Library filed under Taxes & Subsidies from Minnesota
Nearly two dozen school districts in southern Minnesota would have hundreds of thousands of dollars restored to their budgets next year under a tax provision passed in the state Senate on Wednesday. An amendment, introduced by Sen. Dan Sparks of Austin, would restore to school districts the revenue generated by an energy production tax on wind farms. Triton, Grand Meadow and Southland are among the 22 districts that would benefit from this revenue stream at a time when schools are struggling financially, legislators say. ...Those odds are still considered long. Spark's amendment passed by only a single vote, while exposing a deep regional rift between rural and metro legislators.
On the heels of hefty budget cuts, Grand Meadow Public Schools is now faced with losing thousands of dollars in revenue from wind turbines. Superintendent Joe Brown said his district expected to get $50,000 in extra revenue next year thanks to a tax on area wind farms. But a change to state law last year means schools would no longer benefit from the wind energy production tax. Meanwhile, efforts by area lawmakers this session to restore the tax benefits have met stiff opposition. Brown said his district, which is currently in statutory operating debt, had been counting on the wind tax dollars.
Wind energy companies are hoping for quick action on a tax credit affecting their industry when congress resumes work later this month. The credit is set to expire at the end of this year. The organizer of a wind project in western Minnesota says that is creating uncertainty which could slow development of Minnesota's growing wind production. ...Most people in the wind industry expect Congress will act soon to extend the tax credit past the end of the year. Brent Olson of Big Stone Wind says that should happen in the next few months. If it does not happen, he and others will scramble to decide how that decision affects their corner of the wind energy world.
They gave their word and in return farmers gave up their land. Now a broken promise by the state to turn wind energy dollars into funding for schools has at least one farmer fuming. ...Al says, "I had to sign a 30-year lease; I am married to these." Of course there's financial gain for the Stier's to have these on their property, but being civic-minded, they also just wanted to help their schools.
School districts stand to lose thousands of dollars a year under a new law that takes away taxes generated by wind farms. A measure passed the Legislature last session means school districts will no longer benefit from taxes generated by local windmills after June 30, 2009. It's a change that has some southeastern Minnesota school officials angry.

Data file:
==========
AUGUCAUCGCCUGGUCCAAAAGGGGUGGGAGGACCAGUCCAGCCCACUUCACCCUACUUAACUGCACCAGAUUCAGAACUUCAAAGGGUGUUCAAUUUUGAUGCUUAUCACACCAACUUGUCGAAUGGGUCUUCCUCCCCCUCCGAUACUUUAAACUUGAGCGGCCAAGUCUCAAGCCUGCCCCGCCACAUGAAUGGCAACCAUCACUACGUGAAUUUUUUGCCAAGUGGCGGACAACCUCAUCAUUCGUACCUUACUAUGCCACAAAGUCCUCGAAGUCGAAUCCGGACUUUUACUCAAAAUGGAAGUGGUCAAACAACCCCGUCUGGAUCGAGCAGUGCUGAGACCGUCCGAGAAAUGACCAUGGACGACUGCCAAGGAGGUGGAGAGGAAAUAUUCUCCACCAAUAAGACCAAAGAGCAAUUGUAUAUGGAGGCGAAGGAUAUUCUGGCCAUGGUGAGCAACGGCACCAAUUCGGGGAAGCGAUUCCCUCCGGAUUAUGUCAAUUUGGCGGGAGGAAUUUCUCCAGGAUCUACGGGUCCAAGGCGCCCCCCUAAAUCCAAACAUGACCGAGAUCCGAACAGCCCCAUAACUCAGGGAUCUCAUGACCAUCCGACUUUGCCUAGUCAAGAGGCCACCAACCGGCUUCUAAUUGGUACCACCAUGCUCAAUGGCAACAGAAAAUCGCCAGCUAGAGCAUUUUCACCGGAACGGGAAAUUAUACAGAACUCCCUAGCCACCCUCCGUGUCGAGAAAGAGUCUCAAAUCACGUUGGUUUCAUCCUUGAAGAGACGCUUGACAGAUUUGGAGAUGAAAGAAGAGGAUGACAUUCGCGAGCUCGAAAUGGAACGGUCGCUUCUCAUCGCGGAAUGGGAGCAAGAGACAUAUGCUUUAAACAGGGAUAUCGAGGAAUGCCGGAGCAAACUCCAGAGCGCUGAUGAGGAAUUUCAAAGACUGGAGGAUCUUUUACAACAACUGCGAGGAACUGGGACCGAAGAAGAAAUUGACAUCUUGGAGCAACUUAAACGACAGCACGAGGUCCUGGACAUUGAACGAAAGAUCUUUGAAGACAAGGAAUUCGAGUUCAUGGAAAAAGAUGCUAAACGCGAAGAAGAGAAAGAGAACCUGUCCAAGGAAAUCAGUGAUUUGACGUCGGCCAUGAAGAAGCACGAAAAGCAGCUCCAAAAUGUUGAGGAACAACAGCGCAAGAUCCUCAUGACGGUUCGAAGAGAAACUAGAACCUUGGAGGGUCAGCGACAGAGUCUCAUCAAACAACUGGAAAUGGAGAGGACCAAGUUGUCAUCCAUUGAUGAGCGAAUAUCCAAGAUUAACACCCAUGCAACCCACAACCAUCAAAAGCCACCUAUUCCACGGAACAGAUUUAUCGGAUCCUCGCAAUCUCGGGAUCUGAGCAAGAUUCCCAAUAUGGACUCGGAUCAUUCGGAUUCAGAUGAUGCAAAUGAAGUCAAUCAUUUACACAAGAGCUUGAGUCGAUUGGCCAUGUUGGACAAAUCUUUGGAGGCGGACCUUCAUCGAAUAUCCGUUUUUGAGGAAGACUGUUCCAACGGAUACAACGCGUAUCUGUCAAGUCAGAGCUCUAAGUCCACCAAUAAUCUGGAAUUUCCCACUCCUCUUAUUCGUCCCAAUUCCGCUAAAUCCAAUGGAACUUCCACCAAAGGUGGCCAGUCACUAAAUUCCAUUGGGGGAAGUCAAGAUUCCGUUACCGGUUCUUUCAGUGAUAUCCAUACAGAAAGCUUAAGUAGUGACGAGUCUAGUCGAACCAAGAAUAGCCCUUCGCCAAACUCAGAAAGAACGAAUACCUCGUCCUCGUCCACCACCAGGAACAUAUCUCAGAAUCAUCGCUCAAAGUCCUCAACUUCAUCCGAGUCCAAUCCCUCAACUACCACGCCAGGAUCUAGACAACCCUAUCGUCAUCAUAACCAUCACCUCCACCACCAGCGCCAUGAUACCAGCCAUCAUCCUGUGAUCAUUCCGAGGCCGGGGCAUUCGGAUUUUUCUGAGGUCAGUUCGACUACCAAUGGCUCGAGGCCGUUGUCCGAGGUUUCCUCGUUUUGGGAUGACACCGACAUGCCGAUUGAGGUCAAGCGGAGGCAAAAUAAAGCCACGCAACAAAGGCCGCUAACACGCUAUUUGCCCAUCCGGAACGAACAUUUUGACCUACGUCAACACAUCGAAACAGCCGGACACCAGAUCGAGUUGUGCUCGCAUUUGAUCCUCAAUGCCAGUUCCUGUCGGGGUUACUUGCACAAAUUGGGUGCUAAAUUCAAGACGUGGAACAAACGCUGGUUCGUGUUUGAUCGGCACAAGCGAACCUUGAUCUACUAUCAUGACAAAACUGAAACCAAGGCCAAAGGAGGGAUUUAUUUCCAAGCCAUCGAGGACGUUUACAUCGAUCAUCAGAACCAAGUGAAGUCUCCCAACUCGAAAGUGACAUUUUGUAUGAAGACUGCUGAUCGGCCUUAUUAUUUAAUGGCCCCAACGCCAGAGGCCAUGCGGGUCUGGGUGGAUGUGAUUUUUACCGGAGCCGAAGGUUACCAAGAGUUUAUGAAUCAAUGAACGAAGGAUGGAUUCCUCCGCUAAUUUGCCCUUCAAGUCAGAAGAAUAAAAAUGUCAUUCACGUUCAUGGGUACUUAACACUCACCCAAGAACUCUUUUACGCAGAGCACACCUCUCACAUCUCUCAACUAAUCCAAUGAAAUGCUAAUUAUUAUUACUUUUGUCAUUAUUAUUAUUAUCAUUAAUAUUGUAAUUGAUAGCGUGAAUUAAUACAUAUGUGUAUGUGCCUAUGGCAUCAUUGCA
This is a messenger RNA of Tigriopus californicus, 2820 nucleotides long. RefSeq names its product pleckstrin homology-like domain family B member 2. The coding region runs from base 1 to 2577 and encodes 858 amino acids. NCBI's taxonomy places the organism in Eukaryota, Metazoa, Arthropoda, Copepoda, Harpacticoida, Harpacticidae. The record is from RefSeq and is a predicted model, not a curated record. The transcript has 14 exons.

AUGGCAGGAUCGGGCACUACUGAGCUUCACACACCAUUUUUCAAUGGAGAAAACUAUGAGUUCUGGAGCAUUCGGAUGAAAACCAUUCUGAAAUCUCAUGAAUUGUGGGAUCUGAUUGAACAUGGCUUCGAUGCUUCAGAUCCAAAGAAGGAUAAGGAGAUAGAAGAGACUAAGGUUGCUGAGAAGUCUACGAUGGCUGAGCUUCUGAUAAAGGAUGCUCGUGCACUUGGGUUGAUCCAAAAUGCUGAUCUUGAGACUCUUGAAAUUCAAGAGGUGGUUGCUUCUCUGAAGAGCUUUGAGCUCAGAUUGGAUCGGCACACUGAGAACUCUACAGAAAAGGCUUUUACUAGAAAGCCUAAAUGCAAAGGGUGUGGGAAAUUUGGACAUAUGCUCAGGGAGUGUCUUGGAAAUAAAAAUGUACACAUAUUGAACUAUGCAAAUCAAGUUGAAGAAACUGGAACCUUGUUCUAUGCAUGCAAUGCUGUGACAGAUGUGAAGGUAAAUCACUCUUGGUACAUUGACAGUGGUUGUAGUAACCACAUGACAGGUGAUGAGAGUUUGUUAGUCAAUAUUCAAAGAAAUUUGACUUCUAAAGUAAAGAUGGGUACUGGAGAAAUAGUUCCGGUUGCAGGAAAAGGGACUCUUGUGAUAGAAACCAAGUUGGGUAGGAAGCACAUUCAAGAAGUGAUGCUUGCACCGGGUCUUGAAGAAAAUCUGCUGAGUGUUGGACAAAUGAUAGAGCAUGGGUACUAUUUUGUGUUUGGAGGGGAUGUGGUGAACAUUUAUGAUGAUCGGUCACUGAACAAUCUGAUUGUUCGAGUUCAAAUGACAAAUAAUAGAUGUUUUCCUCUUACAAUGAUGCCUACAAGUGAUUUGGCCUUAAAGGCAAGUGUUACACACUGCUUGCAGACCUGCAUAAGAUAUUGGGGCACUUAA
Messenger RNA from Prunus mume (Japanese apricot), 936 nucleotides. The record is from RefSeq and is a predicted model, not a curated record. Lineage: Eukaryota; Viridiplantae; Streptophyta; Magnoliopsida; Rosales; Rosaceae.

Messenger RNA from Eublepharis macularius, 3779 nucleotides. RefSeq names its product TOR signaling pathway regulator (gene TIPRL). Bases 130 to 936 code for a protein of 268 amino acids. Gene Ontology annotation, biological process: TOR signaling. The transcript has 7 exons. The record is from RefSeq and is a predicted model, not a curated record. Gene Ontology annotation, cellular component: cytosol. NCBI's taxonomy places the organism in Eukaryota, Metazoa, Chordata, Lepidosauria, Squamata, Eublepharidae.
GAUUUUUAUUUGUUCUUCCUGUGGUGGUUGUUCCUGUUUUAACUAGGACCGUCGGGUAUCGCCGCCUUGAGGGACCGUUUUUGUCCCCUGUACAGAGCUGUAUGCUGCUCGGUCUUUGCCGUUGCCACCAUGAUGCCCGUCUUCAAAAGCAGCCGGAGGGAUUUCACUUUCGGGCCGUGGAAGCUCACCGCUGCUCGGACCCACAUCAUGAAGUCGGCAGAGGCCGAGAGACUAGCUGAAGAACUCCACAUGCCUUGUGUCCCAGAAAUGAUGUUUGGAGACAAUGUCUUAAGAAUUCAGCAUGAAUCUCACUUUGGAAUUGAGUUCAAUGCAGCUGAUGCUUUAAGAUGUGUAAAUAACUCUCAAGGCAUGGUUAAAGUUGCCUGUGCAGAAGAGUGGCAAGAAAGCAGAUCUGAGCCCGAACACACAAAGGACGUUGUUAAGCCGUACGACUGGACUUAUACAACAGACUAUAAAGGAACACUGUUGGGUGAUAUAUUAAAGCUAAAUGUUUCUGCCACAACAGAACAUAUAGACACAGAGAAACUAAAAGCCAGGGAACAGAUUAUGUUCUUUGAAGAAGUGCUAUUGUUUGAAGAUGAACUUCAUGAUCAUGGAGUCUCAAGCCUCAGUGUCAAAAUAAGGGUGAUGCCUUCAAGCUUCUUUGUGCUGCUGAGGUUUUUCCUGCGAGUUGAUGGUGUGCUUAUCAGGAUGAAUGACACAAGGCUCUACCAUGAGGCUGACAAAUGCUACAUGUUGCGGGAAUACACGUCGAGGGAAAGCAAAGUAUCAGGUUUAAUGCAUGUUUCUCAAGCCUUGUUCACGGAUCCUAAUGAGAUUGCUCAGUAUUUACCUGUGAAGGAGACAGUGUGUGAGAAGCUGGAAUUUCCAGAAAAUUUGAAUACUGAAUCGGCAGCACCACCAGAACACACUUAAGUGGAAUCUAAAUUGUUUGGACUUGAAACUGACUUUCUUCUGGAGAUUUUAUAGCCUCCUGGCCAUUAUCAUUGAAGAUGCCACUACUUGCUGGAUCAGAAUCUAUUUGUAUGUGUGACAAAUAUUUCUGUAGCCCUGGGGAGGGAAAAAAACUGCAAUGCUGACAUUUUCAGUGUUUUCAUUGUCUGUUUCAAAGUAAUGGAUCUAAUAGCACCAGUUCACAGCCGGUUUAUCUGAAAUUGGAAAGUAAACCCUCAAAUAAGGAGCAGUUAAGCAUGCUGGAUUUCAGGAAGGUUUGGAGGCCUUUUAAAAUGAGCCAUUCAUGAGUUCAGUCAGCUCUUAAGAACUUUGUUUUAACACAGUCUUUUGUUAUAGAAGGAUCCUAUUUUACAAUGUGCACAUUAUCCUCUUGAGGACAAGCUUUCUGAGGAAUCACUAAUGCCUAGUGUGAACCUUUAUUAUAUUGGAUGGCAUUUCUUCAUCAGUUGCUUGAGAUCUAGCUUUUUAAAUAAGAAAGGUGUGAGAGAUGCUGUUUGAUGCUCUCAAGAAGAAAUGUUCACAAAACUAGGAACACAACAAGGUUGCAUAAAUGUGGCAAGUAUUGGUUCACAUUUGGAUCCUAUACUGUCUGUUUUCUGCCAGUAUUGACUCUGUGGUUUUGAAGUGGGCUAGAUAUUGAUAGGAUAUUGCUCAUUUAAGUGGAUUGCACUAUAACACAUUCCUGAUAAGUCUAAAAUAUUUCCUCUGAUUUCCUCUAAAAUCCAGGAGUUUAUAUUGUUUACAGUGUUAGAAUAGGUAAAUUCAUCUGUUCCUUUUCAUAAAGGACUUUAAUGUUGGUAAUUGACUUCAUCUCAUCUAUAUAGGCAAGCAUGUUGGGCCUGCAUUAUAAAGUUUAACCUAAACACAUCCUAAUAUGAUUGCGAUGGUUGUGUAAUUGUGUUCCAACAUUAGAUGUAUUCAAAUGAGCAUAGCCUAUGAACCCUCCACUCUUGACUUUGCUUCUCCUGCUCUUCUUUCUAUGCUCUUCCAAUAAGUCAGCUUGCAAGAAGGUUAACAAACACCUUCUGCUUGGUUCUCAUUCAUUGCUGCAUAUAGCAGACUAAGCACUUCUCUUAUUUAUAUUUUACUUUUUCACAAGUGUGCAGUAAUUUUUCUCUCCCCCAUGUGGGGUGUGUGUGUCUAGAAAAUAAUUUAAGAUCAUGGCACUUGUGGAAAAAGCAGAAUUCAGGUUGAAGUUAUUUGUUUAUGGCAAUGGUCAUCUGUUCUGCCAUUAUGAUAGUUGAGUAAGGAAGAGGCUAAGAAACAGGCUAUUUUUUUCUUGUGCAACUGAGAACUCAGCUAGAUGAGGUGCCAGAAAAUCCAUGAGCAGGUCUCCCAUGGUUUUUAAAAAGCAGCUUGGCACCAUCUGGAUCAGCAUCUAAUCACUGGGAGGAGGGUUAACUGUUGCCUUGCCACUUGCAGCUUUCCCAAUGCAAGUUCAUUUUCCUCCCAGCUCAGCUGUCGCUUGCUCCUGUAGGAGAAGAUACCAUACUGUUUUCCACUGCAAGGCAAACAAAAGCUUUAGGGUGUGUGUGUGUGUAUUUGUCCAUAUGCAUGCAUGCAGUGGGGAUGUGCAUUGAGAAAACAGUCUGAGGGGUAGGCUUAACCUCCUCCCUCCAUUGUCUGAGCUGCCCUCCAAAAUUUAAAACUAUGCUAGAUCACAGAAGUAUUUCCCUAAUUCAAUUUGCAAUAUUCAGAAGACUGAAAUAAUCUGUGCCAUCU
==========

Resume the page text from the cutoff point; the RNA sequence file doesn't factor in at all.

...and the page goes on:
NEW ULM - A few years from now, District 88 may begin to reap some benefits from wind energy. The school district is registered as an "interested party" in a federally funded program that would potentially provide it with a revenue source from the sale of wind energy produced at a wind farm in western Minnesota, Superintendent Harold Remme told the Board of Education last week. The school district will be participating in a Phase II grant process facilitated by Johnson Controls. All costs associated with the project are covered by a federal grant. The grant will pay for 10-year interest-free bonds to fund the wind farm project.
Utilities would turn increasingly to wind, water and other renewable-energy sources for their electricity under a pace-setting bill that cleared the Minnesota House tonight. After almost three hours of debate, the House voted 123-10 to join the Senate in requiring utilities to meet ambitious new requirements. The bill now goes to Gov. Tim Pawlenty, who is expected to sign it. Earlier this month, the Senate voted 63-3 to adopt it. “It will be the strongest, most aggressive renewable-energy standard in the country,'’ said Rep. Aaron Peterson, DFL-Appleton, the bill’s chief sponsor.
The Minnesota state Senate passed a new renewable energy standard Friday under which the utilities would be required to generate 25 percent renewable energy by 2025. Initially, consumers may pay a slightly increased rate for their power, but the bill includes measures to protect consumers if costs get too high, The Fergus Falls Daily reported. In the long run, Sen. Dan Skogen believes the hike will power research into affordable alternatives. “Utility rates will pick up because the cost of renewables is more expensive right now, so energy bills will go up,” he said. “But maybe that will be an incentive to do further research on renewables to improve the costs.” This legislation has been in the pipeline for a while and since before that Minnesota Power was already requiring a minimum percentage of renewable generation, said representative for Minnesota Power at the 2007 Wind Power Finance and Investment Summit in San Diego. Minnesota has historically been a major player in wind; it has one of the top five capacity potentials in the United States along the same lines of Texas and Washington. The first phase of Fenton, a major wind farm near Pipestone, was recently completed and the second phase is now under way and is expected to be operational by 2008.
A large wind farm that’s being built in Brookings County, South Dakota, and Lincoln County, Minnesota, must be operating by the end of next year so it can qualify for federal tax credits.
The trend is upward elsewhere, too. Utilities in 36 states offer some form of green pricing, and last year 430,000 households bought green power - up 20 percent from a year earlier, the U.S. Energy Department reported.